• ‘They wait until the final moment to exhale and even longer to inhale, allowing silence to spill into the silent gaps between notes, beats, and guitar fills.’
    • ‘The drums are applied for atmosphere, creating a background packed with tinkling cymbals and drum fills.’
    • ‘Drummer Simon Wright, who has also batted the skins for AC / DC, added tasteful fills where necessary but kept true to the beat.’
    • ‘There are no breaks, no fills, little syncopation, and the beats rarely drop out.’
    • ‘Guitars crunch, drums play fills that would make Terry Bozio proud, and if muscle is your mode, it may work.’
    • ‘But then Stanier enters with an impossibly huge drum fill, splintering the subdued mood and booting the song awake.’
    • ‘He has a very good range, from dynamic accents to the most subtle, tossed-off fill.’
    • ‘The drum tracks - the fills in particular - are so distracting that the brief seconds when they stop provide a welcome relief.’

Pronunciation

fill

/fil/ /fɪl/

Phrases

    fill one's boots
    British informal
    • Have or do as much of something as one wants.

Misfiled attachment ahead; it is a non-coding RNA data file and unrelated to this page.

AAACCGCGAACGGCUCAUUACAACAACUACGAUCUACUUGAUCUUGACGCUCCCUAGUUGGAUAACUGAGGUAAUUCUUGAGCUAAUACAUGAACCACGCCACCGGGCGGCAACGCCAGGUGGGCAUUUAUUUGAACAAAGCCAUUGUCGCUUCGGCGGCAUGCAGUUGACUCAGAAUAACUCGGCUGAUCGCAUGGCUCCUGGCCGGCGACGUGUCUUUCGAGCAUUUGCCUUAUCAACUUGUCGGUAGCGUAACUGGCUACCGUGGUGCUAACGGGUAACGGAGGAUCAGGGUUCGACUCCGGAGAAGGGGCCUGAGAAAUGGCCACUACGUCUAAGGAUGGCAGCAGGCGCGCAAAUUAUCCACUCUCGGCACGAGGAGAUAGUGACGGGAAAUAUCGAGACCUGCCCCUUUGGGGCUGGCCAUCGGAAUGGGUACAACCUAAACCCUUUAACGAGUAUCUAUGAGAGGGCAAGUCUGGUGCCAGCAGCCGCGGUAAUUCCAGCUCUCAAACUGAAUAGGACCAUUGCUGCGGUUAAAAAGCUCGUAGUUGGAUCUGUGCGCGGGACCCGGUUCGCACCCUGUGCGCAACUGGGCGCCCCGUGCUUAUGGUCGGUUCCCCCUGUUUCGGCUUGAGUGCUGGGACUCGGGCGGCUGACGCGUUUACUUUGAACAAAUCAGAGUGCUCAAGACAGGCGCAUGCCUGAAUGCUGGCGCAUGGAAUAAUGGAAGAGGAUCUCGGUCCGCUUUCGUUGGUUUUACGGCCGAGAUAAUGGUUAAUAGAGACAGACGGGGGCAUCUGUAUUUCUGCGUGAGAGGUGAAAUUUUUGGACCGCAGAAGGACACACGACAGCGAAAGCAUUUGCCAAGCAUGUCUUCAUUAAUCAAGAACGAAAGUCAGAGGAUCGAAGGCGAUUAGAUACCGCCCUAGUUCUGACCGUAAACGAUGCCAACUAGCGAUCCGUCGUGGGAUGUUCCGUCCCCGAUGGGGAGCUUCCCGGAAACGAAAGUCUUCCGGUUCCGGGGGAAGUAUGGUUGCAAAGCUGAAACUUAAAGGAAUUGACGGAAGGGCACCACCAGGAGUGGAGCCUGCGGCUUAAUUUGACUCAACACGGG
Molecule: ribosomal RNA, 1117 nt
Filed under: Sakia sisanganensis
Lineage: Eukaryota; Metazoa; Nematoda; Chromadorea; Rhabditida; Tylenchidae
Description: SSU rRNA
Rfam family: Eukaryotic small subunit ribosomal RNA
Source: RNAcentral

• ‘most bars will be serving free food, so fill your boots’
    fill someone's shoes
    informal
    • Take over someone's function or duties and fulfill them satisfactorily.

      • ‘Laura, literally, fills Kim's shoes for two days with the help of a ‘fat suit’ and makeup.’
      • ‘Nevertheless, anyone filling your shoes will find it a hard act to follow.’
      • ‘I decided to move on, and I'm sure there are plenty of good, young guys capable of filling my shoes.’
      • ‘When I thought I would be filling his shoes, I just thought I would take over his band at some point, because I was assistant bandleader.’
      • ‘He would not be happy at Winston Peters filling his shoes.’
      • ‘There are a couple kids who can fill their shoes.’
      • ‘Perhaps the reason the 65% were adamant they will keep up levels of production is their hope that a daughter or son will fill their shoes when they retire.’
      • ‘It's because we've worn ourselves out trying to fill their shoes on the one hand, and on the other hand, we've grown too fat to even entertain any kind of dancing.’
      • ‘No matter how meticulous the police operations to remove dealers from the streets, a new wave will fill their shoes within weeks.’